On Saturday, October 30, the U.S. and European Union (E.U.) came to an agreement to roll back the 25% tariffs that had been imposed on U.S. goods like whiskey in 2018. The deal goes into effect on January 1, 2022, and averts additional tariffs on U.S. products that were set to go into effect on December 1.
The 2018 tariffs on U.S. goods like whiskey, peanut butter and jeans were retaliatory response to the Trump administration’s taxes on E.U. steel and aluminum.
This weekend’s news provides relief for U.S. producers who say that the 2018 tariffs caused a “significant slump” for exports in 2019 and 2020. In March 2021, an agreement between the E.U. and U.S. lifted tariffs for U.S. wine, along with certain other domestic spirits, but tariffs on whiskey had remained until now.
Currently, tariffs between the United Kingdom and the U.S. are still in place.
Spirits producers greeted the latest news with relief, and cautious optimism about the effect on sales going forward.
“We are delighted with the lifting of the tariffs,” says Scott Harris, cofounder of Virginia craft distillery Catoctin Creek. In 2018, it halted its plans to begin exporting rye whiskey to Europe due to the tariffs. “It’s been many years now that we’ve been suffering under the 25% penalty, and today we have a free and fair market in Europe once again.”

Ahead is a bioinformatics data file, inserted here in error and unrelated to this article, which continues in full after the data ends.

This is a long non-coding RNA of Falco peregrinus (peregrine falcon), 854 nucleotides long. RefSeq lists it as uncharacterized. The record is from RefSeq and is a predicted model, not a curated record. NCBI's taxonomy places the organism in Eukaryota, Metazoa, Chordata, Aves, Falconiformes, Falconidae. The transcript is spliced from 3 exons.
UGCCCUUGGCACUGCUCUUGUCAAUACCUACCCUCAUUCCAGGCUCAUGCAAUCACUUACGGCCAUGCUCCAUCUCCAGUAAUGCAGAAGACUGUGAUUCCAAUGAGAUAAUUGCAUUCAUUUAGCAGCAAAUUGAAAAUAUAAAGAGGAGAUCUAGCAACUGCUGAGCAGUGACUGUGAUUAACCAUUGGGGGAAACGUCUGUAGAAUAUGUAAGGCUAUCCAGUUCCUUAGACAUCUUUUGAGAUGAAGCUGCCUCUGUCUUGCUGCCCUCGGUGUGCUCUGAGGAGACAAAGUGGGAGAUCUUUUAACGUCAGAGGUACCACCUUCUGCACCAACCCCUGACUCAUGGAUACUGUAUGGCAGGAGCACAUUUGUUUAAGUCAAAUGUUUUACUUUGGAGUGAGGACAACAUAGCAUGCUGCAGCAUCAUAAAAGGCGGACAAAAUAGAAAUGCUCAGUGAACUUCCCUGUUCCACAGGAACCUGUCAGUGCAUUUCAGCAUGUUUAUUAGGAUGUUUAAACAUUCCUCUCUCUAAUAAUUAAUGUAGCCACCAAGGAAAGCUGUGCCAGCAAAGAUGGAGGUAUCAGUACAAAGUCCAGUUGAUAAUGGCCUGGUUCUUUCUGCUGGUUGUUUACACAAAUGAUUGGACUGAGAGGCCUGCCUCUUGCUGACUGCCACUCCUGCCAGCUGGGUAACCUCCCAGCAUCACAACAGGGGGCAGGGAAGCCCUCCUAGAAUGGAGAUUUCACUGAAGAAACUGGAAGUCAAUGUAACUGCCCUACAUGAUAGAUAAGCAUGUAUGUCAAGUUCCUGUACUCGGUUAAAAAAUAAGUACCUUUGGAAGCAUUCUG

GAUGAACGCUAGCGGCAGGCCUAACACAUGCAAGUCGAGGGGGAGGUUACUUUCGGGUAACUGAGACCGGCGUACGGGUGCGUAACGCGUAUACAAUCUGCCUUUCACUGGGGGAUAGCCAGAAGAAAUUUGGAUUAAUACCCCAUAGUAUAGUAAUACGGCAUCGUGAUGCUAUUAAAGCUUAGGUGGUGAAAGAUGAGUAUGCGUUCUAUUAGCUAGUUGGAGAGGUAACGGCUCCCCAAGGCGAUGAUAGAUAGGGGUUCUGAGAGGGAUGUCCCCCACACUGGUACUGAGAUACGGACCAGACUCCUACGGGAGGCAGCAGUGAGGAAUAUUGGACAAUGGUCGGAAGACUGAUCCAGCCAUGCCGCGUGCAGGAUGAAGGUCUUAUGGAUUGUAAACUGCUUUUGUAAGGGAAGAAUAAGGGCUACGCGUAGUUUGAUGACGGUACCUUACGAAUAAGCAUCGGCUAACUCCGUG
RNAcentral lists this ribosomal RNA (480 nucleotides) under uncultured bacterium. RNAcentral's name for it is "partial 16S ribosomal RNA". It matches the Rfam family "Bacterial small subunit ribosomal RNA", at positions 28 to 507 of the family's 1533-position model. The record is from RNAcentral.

Catoctin is wasting no time in resuming expansion plans and will ship 1,500 cases of whiskey to Europe this month, says Harris. “Even though sales were nearly zero for the last four years, we are now primed and ready to grow once again in Europe.”
“Today we have a free and fair market in Europe once again.” —Scott Harris, Catoctin Creek
Dr. Sonat Birnecker Hart, president of Chicago-based Koval Distillery, has a similar reaction.
“We are thrilled that the tariffs have been removed,” she says. “They created a huge burden for all American spirits brands, but especially craft brands like mine.” Prior to the tariffs, Koval’s export volume had been increasing about 20% a year, Hart says. “After the tariffs, these exports dropped over 50% and so did the confidence abroad for American whiskey brands.”
For many producers, the tariffs wrought severe opportunity costs. Even as U.S. whiskey brands focus on rebuilding their export business, supply chain issues, labor shortages and other pandemic-related problems could hamper plans for at least another year.
“It’s going to take some time,” says Amir Peay, owner/operator of Kentucky’s James E. Pepper Distillery. “We’re back to square one, in a sense. We’re happy and optimistic about the future, but it will take time to build back the business we had and the relationships.” Nonetheless, he’s confident about “2023 and onwards.”
The damage—and hope for the future—isn’t limited to craft distillers, of course.
“Since the imposition of the E.U. tariffs, American Whiskey exports to the E.U., the U.S. spirits industry’s largest export market, have plunged 37%, from $702 million to $440 million (2018–2020),” says Chris Swonger, CEO and president of the Distilled Spirits Council of the U.S. (DISCUS).
While “the end of this long tariff nightmare is in sight for U.S. distillers,” Swonger says, it’s not over until the situation with Britain is similarly resolved. “It’s time for the U.K. to lift its tariff on American whiskeys so we can all get back to toasts, not tariffs.”